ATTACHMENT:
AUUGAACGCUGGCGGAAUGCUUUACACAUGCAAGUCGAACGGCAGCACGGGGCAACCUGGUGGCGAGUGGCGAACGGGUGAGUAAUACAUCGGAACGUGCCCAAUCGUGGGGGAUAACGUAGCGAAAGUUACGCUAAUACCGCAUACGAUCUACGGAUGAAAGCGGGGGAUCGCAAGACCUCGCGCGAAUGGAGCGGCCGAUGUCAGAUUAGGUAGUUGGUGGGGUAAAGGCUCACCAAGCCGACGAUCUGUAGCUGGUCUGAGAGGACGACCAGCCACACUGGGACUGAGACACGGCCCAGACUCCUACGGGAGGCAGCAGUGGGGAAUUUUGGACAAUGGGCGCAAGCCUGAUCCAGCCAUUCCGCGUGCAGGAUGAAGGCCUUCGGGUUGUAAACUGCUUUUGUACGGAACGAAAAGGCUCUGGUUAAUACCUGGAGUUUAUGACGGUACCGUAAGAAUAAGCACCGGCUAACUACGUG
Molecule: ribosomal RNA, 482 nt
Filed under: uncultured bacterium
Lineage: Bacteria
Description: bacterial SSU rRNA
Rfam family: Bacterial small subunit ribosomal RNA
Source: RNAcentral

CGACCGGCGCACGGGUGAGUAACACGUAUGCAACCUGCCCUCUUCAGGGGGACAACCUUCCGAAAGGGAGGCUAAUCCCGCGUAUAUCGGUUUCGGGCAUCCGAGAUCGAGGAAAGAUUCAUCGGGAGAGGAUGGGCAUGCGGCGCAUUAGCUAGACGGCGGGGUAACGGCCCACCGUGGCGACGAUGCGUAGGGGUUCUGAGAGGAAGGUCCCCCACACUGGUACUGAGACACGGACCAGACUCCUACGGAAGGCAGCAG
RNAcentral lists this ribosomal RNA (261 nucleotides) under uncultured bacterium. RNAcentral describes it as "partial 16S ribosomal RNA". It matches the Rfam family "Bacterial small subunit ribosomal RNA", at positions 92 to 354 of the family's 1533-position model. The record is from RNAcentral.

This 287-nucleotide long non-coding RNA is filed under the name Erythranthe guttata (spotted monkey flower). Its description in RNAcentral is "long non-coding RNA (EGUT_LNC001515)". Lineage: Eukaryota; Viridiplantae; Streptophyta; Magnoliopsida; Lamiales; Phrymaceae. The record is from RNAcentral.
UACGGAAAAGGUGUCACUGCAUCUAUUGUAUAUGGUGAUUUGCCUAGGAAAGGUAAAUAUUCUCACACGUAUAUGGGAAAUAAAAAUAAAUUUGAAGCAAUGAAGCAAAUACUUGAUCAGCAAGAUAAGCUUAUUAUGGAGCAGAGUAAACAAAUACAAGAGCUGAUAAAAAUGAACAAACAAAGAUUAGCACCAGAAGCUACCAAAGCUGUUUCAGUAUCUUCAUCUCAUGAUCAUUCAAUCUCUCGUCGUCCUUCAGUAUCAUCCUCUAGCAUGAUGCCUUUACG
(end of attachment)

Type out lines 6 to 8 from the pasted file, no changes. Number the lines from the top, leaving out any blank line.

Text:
Rfam family: Bacterial small subunit ribosomal RNA
Source: RNAcentral

CGACCGGCGCACGGGUGAGUAACACGUAUGCAACCUGCCCUCUUCAGGGGGACAACCUUCCGAAAGGGAGGCUAAUCCCGCGUAUAUCGGUUUCGGGCAUCCGAGAUCGAGGAAAGAUUCAUCGGGAGAGGAUGGGCAUGCGGCGCAUUAGCUAGACGGCGGGGUAACGGCCCACCGUGGCGACGAUGCGUAGGGGUUCUGAGAGGAAGGUCCCCCACACUGGUACUGAGACACGGACCAGACUCCUACGGAAGGCAGCAG